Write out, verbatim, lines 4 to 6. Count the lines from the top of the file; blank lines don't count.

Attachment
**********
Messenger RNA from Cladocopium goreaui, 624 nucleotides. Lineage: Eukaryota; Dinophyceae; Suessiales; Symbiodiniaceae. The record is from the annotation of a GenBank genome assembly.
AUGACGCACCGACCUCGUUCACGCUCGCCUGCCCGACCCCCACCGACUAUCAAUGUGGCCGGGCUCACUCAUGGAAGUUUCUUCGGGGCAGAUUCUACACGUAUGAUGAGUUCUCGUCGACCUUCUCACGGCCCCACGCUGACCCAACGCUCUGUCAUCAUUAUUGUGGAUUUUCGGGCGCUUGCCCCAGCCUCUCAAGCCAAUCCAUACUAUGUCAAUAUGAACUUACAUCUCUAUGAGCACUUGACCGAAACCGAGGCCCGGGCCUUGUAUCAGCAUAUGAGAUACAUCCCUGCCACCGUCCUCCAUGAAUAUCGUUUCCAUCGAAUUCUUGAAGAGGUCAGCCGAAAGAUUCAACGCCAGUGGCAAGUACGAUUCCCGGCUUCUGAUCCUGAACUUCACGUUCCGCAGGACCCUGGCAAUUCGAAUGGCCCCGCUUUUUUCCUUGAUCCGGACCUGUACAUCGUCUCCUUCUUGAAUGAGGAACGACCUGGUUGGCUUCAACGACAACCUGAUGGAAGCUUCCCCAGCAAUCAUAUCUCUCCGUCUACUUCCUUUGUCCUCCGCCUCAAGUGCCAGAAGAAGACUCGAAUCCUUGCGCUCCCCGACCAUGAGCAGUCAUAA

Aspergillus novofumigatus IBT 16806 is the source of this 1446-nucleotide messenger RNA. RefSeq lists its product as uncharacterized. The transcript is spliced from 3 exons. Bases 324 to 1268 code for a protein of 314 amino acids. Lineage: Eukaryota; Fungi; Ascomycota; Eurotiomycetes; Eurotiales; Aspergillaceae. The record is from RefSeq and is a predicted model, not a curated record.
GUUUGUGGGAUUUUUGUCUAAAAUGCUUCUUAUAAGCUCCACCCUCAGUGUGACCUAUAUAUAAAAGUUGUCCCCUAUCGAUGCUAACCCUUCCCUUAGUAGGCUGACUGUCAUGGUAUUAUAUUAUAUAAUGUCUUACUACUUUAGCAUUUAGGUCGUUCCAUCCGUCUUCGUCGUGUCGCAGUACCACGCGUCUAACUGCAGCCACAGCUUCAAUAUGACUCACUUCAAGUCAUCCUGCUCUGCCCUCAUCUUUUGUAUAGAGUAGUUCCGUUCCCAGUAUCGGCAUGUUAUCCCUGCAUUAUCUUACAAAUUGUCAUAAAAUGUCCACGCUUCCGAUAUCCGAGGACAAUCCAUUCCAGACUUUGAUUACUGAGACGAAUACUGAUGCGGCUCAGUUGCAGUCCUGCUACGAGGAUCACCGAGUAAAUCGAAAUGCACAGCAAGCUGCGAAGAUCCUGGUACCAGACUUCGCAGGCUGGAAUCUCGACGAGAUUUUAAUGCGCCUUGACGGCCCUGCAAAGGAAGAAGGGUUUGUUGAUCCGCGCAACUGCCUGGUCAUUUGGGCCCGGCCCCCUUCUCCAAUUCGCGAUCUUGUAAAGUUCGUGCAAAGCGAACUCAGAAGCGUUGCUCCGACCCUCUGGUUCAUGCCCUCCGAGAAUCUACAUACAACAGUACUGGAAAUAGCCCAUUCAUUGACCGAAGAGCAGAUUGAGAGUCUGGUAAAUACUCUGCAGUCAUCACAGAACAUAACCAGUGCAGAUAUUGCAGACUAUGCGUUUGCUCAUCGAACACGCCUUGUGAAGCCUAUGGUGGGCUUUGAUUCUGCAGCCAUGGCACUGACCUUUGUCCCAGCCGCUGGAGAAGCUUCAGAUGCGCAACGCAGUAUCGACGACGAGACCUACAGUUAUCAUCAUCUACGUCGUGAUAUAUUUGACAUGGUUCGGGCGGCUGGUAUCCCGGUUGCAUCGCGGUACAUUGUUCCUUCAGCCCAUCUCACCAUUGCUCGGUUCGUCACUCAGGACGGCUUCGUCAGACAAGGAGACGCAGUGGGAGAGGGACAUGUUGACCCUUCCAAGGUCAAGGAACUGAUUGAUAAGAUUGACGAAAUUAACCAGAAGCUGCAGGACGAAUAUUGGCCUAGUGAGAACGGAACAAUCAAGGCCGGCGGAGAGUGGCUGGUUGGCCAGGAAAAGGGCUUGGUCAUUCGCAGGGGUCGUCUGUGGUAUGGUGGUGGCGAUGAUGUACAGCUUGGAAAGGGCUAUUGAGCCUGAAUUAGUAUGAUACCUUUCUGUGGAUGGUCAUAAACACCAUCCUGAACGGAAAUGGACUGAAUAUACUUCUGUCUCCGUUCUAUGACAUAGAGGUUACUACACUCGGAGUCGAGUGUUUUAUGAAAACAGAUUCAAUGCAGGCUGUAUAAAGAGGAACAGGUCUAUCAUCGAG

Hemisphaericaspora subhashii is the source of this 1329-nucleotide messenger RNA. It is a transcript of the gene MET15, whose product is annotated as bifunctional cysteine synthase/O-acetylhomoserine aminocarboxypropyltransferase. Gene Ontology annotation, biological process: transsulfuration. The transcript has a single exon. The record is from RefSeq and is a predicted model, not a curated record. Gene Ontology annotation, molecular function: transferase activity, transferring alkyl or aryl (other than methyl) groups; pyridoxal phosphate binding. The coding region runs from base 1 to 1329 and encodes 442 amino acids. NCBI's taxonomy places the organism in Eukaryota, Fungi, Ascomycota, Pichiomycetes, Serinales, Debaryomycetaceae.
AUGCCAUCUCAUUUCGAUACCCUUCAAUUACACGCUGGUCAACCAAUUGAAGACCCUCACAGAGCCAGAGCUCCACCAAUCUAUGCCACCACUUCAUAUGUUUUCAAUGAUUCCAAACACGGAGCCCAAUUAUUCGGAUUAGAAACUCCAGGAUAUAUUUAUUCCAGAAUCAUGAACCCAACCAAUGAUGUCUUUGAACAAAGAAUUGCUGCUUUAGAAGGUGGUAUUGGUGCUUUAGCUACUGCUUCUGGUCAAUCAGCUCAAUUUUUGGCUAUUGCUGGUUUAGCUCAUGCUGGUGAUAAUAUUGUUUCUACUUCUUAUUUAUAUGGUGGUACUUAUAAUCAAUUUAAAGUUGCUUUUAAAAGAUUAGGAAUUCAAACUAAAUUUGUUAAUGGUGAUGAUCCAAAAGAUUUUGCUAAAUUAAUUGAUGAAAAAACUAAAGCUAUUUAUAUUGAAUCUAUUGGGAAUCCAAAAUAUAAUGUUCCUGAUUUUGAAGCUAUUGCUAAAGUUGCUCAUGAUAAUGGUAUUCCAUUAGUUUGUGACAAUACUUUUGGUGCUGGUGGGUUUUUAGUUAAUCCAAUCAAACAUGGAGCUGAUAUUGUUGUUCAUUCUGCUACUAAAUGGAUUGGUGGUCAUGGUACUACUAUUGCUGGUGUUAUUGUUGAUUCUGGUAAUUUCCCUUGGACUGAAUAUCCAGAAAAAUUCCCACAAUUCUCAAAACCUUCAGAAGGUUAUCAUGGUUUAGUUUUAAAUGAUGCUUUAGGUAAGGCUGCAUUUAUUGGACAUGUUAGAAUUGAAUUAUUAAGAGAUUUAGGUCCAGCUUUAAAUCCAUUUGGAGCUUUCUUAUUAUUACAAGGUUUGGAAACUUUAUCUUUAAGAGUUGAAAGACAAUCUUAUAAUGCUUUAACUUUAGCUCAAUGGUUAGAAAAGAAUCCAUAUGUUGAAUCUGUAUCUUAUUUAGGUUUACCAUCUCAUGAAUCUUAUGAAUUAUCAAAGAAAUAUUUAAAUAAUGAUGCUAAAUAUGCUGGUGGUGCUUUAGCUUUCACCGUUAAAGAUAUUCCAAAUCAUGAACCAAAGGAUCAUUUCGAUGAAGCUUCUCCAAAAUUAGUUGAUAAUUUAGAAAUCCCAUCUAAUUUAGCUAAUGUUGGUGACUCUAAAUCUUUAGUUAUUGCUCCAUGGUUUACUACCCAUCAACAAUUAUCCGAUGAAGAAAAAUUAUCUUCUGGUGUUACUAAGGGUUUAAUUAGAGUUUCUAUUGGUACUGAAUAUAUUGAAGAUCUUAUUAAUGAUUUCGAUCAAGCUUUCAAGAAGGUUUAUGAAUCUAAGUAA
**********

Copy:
GUUUGUGGGAUUUUUGUCUAAAAUGCUUCUUAUAAGCUCCACCCUCAGUGUGACCUAUAUAUAAAAGUUGUCCCCUAUCGAUGCUAACCCUUCCCUUAGUAGGCUGACUGUCAUGGUAUUAUAUUAUAUAAUGUCUUACUACUUUAGCAUUUAGGUCGUUCCAUCCGUCUUCGUCGUGUCGCAGUACCACGCGUCUAACUGCAGCCACAGCUUCAAUAUGACUCACUUCAAGUCAUCCUGCUCUGCCCUCAUCUUUUGUAUAGAGUAGUUCCGUUCCCAGUAUCGGCAUGUUAUCCCUGCAUUAUCUUACAAAUUGUCAUAAAAUGUCCACGCUUCCGAUAUCCGAGGACAAUCCAUUCCAGACUUUGAUUACUGAGACGAAUACUGAUGCGGCUCAGUUGCAGUCCUGCUACGAGGAUCACCGAGUAAAUCGAAAUGCACAGCAAGCUGCGAAGAUCCUGGUACCAGACUUCGCAGGCUGGAAUCUCGACGAGAUUUUAAUGCGCCUUGACGGCCCUGCAAAGGAAGAAGGGUUUGUUGAUCCGCGCAACUGCCUGGUCAUUUGGGCCCGGCCCCCUUCUCCAAUUCGCGAUCUUGUAAAGUUCGUGCAAAGCGAACUCAGAAGCGUUGCUCCGACCCUCUGGUUCAUGCCCUCCGAGAAUCUACAUACAACAGUACUGGAAAUAGCCCAUUCAUUGACCGAAGAGCAGAUUGAGAGUCUGGUAAAUACUCUGCAGUCAUCACAGAACAUAACCAGUGCAGAUAUUGCAGACUAUGCGUUUGCUCAUCGAACACGCCUUGUGAAGCCUAUGGUGGGCUUUGAUUCUGCAGCCAUGGCACUGACCUUUGUCCCAGCCGCUGGAGAAGCUUCAGAUGCGCAACGCAGUAUCGACGACGAGACCUACAGUUAUCAUCAUCUACGUCGUGAUAUAUUUGACAUGGUUCGGGCGGCUGGUAUCCCGGUUGCAUCGCGGUACAUUGUUCCUUCAGCCCAUCUCACCAUUGCUCGGUUCGUCACUCAGGACGGCUUCGUCAGACAAGGAGACGCAGUGGGAGAGGGACAUGUUGACCCUUCCAAGGUCAAGGAACUGAUUGAUAAGAUUGACGAAAUUAACCAGAAGCUGCAGGACGAAUAUUGGCCUAGUGAGAACGGAACAAUCAAGGCCGGCGGAGAGUGGCUGGUUGGCCAGGAAAAGGGCUUGGUCAUUCGCAGGGGUCGUCUGUGGUAUGGUGGUGGCGAUGAUGUACAGCUUGGAAAGGGCUAUUGAGCCUGAAUUAGUAUGAUACCUUUCUGUGGAUGGUCAUAAACACCAUCCUGAACGGAAAUGGACUGAAUAUACUUCUGUCUCCGUUCUAUGACAUAGAGGUUACUACACUCGGAGUCGAGUGUUUUAUGAAAACAGAUUCAAUGCAGGCUGUAUAAAGAGGAACAGGUCUAUCAUCGAG

Hemisphaericaspora subhashii is the source of this 1329-nucleotide messenger RNA. It is a transcript of the gene MET15, whose product is annotated as bifunctional cysteine synthase/O-acetylhomoserine aminocarboxypropyltransferase. Gene Ontology annotation, biological process: transsulfuration. The transcript has a single exon. The record is from RefSeq and is a predicted model, not a curated record. Gene Ontology annotation, molecular function: transferase activity, transferring alkyl or aryl (other than methyl) groups; pyridoxal phosphate binding. The coding region runs from base 1 to 1329 and encodes 442 amino acids. NCBI's taxonomy places the organism in Eukaryota, Fungi, Ascomycota, Pichiomycetes, Serinales, Debaryomycetaceae.
AUGCCAUCUCAUUUCGAUACCCUUCAAUUACACGCUGGUCAACCAAUUGAAGACCCUCACAGAGCCAGAGCUCCACCAAUCUAUGCCACCACUUCAUAUGUUUUCAAUGAUUCCAAACACGGAGCCCAAUUAUUCGGAUUAGAAACUCCAGGAUAUAUUUAUUCCAGAAUCAUGAACCCAACCAAUGAUGUCUUUGAACAAAGAAUUGCUGCUUUAGAAGGUGGUAUUGGUGCUUUAGCUACUGCUUCUGGUCAAUCAGCUCAAUUUUUGGCUAUUGCUGGUUUAGCUCAUGCUGGUGAUAAUAUUGUUUCUACUUCUUAUUUAUAUGGUGGUACUUAUAAUCAAUUUAAAGUUGCUUUUAAAAGAUUAGGAAUUCAAACUAAAUUUGUUAAUGGUGAUGAUCCAAAAGAUUUUGCUAAAUUAAUUGAUGAAAAAACUAAAGCUAUUUAUAUUGAAUCUAUUGGGAAUCCAAAAUAUAAUGUUCCUGAUUUUGAAGCUAUUGCUAAAGUUGCUCAUGAUAAUGGUAUUCCAUUAGUUUGUGACAAUACUUUUGGUGCUGGUGGGUUUUUAGUUAAUCCAAUCAAACAUGGAGCUGAUAUUGUUGUUCAUUCUGCUACUAAAUGGAUUGGUGGUCAUGGUACUACUAUUGCUGGUGUUAUUGUUGAUUCUGGUAAUUUCCCUUGGACUGAAUAUCCAGAAAAAUUCCCACAAUUCUCAAAACCUUCAGAAGGUUAUCAUGGUUUAGUUUUAAAUGAUGCUUUAGGUAAGGCUGCAUUUAUUGGACAUGUUAGAAUUGAAUUAUUAAGAGAUUUAGGUCCAGCUUUAAAUCCAUUUGGAGCUUUCUUAUUAUUACAAGGUUUGGAAACUUUAUCUUUAAGAGUUGAAAGACAAUCUUAUAAUGCUUUAACUUUAGCUCAAUGGUUAGAAAAGAAUCCAUAUGUUGAAUCUGUAUCUUAUUUAGGUUUACCAUCUCAUGAAUCUUAUGAAUUAUCAAAGAAAUAUUUAAAUAAUGAUGCUAAAUAUGCUGGUGGUGCUUUAGCUUUCACCGUUAAAGAUAUUCCAAAUCAUGAACCAAAGGAUCAUUUCGAUGAAGCUUCUCCAAAAUUAGUUGAUAAUUUAGAAAUCCCAUCUAAUUUAGCUAAUGUUGGUGACUCUAAAUCUUUAGUUAUUGCUCCAUGGUUUACUACCCAUCAACAAUUAUCCGAUGAAGAAAAAUUAUCUUCUGGUGUUACUAAGGGUUUAAUUAGAGUUUCUAUUGGUACUGAAUAUAUUGAAGAUCUUAUUAAUGAUUUCGAUCAAGCUUUCAAGAAGGUUUAUGAAUCUAAGUAA